What are your customers saying about you on social media? Whether you have a profile on sites such as Facebook and Twitter or not, the chances are your customers are talking about you. Being online helps you to be part of that conversation, allowing you to acknowledge praise and respond to any negative feedback. But it also means you can gain lots of valuable insights into who your customers are and how they interact with your products or services. What have been their experiences of using your company, or shopping from you? What could you be doing better? What kind of people are talking about you – how old are they, and where do they live? How are they using your products? Keep track of social media mentions and you’ll be able to learn where you can improve.

If you have a Facebook page, you can also get lots of useful information from Facebook Insights, which includes data on engagements – that is, how often people interact with your posts, such as clicking a link, liking or commenting. This will tell you which kinds of posts perform best among your customers, so you can redouble your efforts into the posts you know they’re most interested in. You can even find out what times of day your Facebook fans are most active online, and get data on who your customers are – their gender, location, language and so on.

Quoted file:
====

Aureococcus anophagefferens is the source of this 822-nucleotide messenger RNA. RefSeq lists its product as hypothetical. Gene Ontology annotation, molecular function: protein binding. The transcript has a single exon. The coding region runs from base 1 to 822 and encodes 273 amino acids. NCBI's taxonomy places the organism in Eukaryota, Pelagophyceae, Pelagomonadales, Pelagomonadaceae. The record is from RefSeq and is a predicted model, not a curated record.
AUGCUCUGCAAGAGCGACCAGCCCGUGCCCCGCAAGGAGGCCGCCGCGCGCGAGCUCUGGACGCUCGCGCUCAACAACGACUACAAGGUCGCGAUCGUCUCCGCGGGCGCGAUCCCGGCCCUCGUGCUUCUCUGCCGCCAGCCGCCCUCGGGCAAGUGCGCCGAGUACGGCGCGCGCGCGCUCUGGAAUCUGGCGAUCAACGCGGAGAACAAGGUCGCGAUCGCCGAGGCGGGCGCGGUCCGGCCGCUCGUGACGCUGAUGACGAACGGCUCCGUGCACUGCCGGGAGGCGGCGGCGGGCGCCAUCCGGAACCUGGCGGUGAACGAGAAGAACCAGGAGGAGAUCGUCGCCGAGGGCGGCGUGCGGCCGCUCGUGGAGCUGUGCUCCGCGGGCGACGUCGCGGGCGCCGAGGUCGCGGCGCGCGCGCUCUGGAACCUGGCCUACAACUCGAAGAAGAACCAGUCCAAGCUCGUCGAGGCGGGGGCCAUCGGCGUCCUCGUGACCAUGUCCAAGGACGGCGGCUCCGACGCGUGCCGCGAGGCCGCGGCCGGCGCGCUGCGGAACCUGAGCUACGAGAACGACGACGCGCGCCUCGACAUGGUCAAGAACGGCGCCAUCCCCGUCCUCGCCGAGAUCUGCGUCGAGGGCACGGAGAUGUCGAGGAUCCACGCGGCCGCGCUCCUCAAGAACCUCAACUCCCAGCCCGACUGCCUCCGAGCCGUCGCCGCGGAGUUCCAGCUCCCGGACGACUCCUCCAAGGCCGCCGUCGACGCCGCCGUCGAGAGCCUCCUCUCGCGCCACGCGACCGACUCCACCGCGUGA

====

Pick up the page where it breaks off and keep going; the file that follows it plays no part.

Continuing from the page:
Facebook Insights can provide you with demographics of your fans, such as gender and age (as shown in this example).

Review sites and forums

People will often go online to read product reviews before purchasing a product or using a service, and for some things many people may also ask for help or advice in forums. Review sites and forums can therefore be a useful source of product feedback that can tell you more about what your customers think about particular products, or about their experience of using your service. This allows you to pre-empt questions or concerns in your offline business so that you can ensure you’re meeting your customers’ needs. As a restaurant owner, for example, you might pick up on recurring comments about something you could easily change, like the music, so that you can provide a better customer experience in future.

Search forms on your site

If you have a search box on your site, tracking searches can tell you about products or services that people may be searching for that you don’t yet offer. They might even be typing whole questions into the search box, perhaps about a certain product or how to use it, or about where your store is located. This information means you can ensure your website has everything that your customers are looking for, giving them a better experience of your business. Your findings can also translate to your offline business, as you can be better prepared for questions your customers might ask. You could use Google’s Site Search function to include a search engine on your website; this could be an area you need help with from your trusted web partner.

As we’ve seen, being online has the potential to give you a much deeper understanding of your customers, which in turn enables you to provide a better service and grow your customer base. If you’ve yet to discover the many great benefits of getting online, here are even more compelling reasons to consider it.

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Peter is the Head of Content at Nominet. He's passionate about helping small businesses make the most of being online, especially through the use of content marketing.